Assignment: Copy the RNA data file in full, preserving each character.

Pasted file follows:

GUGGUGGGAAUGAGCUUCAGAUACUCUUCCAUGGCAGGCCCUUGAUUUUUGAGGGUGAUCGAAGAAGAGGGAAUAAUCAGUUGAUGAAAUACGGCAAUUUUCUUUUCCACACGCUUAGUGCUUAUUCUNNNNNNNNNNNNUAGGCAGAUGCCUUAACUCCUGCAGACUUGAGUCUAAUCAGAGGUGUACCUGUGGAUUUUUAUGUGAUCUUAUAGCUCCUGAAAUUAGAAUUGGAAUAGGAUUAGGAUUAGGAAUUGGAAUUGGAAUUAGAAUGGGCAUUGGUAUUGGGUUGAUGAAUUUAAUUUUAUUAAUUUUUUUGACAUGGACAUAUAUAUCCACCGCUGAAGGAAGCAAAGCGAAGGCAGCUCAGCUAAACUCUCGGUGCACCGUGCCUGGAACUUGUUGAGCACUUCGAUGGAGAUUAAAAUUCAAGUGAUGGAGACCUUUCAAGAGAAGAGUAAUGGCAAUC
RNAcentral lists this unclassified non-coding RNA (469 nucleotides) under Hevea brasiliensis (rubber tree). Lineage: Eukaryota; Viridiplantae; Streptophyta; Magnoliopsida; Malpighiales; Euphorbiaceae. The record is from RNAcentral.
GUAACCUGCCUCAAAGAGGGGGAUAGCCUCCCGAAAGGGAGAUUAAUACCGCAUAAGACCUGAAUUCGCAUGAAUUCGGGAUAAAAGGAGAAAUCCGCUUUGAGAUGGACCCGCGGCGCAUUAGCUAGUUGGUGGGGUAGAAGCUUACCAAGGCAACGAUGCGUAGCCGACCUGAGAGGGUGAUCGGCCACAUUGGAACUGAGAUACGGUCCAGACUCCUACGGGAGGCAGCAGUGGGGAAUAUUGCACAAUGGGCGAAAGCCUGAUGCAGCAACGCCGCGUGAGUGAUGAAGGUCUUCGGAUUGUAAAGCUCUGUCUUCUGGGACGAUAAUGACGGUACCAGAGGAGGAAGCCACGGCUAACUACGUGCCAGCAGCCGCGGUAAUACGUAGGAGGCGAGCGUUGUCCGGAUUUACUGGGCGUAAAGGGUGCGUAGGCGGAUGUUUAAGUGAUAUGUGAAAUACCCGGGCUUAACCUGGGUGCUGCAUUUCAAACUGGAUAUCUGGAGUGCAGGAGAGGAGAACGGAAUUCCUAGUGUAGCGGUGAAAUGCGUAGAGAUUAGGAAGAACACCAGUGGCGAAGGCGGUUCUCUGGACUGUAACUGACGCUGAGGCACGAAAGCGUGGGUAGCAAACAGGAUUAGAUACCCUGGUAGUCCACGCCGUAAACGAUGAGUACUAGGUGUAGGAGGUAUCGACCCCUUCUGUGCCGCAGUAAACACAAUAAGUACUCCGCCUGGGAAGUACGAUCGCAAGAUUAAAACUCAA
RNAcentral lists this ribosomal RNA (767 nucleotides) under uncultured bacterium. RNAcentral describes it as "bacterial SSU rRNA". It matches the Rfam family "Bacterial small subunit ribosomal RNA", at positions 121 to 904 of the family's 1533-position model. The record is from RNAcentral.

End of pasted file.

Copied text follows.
GUGGUGGGAAUGAGCUUCAGAUACUCUUCCAUGGCAGGCCCUUGAUUUUUGAGGGUGAUCGAAGAAGAGGGAAUAAUCAGUUGAUGAAAUACGGCAAUUUUCUUUUCCACACGCUUAGUGCUUAUUCUNNNNNNNNNNNNUAGGCAGAUGCCUUAACUCCUGCAGACUUGAGUCUAAUCAGAGGUGUACCUGUGGAUUUUUAUGUGAUCUUAUAGCUCCUGAAAUUAGAAUUGGAAUAGGAUUAGGAUUAGGAAUUGGAAUUGGAAUUAGAAUGGGCAUUGGUAUUGGGUUGAUGAAUUUAAUUUUAUUAAUUUUUUUGACAUGGACAUAUAUAUCCACCGCUGAAGGAAGCAAAGCGAAGGCAGCUCAGCUAAACUCUCGGUGCACCGUGCCUGGAACUUGUUGAGCACUUCGAUGGAGAUUAAAAUUCAAGUGAUGGAGACCUUUCAAGAGAAGAGUAAUGGCAAUC
RNAcentral lists this unclassified non-coding RNA (469 nucleotides) under Hevea brasiliensis (rubber tree). Lineage: Eukaryota; Viridiplantae; Streptophyta; Magnoliopsida; Malpighiales; Euphorbiaceae. The record is from RNAcentral.
GUAACCUGCCUCAAAGAGGGGGAUAGCCUCCCGAAAGGGAGAUUAAUACCGCAUAAGACCUGAAUUCGCAUGAAUUCGGGAUAAAAGGAGAAAUCCGCUUUGAGAUGGACCCGCGGCGCAUUAGCUAGUUGGUGGGGUAGAAGCUUACCAAGGCAACGAUGCGUAGCCGACCUGAGAGGGUGAUCGGCCACAUUGGAACUGAGAUACGGUCCAGACUCCUACGGGAGGCAGCAGUGGGGAAUAUUGCACAAUGGGCGAAAGCCUGAUGCAGCAACGCCGCGUGAGUGAUGAAGGUCUUCGGAUUGUAAAGCUCUGUCUUCUGGGACGAUAAUGACGGUACCAGAGGAGGAAGCCACGGCUAACUACGUGCCAGCAGCCGCGGUAAUACGUAGGAGGCGAGCGUUGUCCGGAUUUACUGGGCGUAAAGGGUGCGUAGGCGGAUGUUUAAGUGAUAUGUGAAAUACCCGGGCUUAACCUGGGUGCUGCAUUUCAAACUGGAUAUCUGGAGUGCAGGAGAGGAGAACGGAAUUCCUAGUGUAGCGGUGAAAUGCGUAGAGAUUAGGAAGAACACCAGUGGCGAAGGCGGUUCUCUGGACUGUAACUGACGCUGAGGCACGAAAGCGUGGGUAGCAAACAGGAUUAGAUACCCUGGUAGUCCACGCCGUAAACGAUGAGUACUAGGUGUAGGAGGUAUCGACCCCUUCUGUGCCGCAGUAAACACAAUAAGUACUCCGCCUGGGAAGUACGAUCGCAAGAUUAAAACUCAA
RNAcentral lists this ribosomal RNA (767 nucleotides) under uncultured bacterium. RNAcentral describes it as "bacterial SSU rRNA". It matches the Rfam family "Bacterial small subunit ribosomal RNA", at positions 121 to 904 of the family's 1533-position model. The record is from RNAcentral.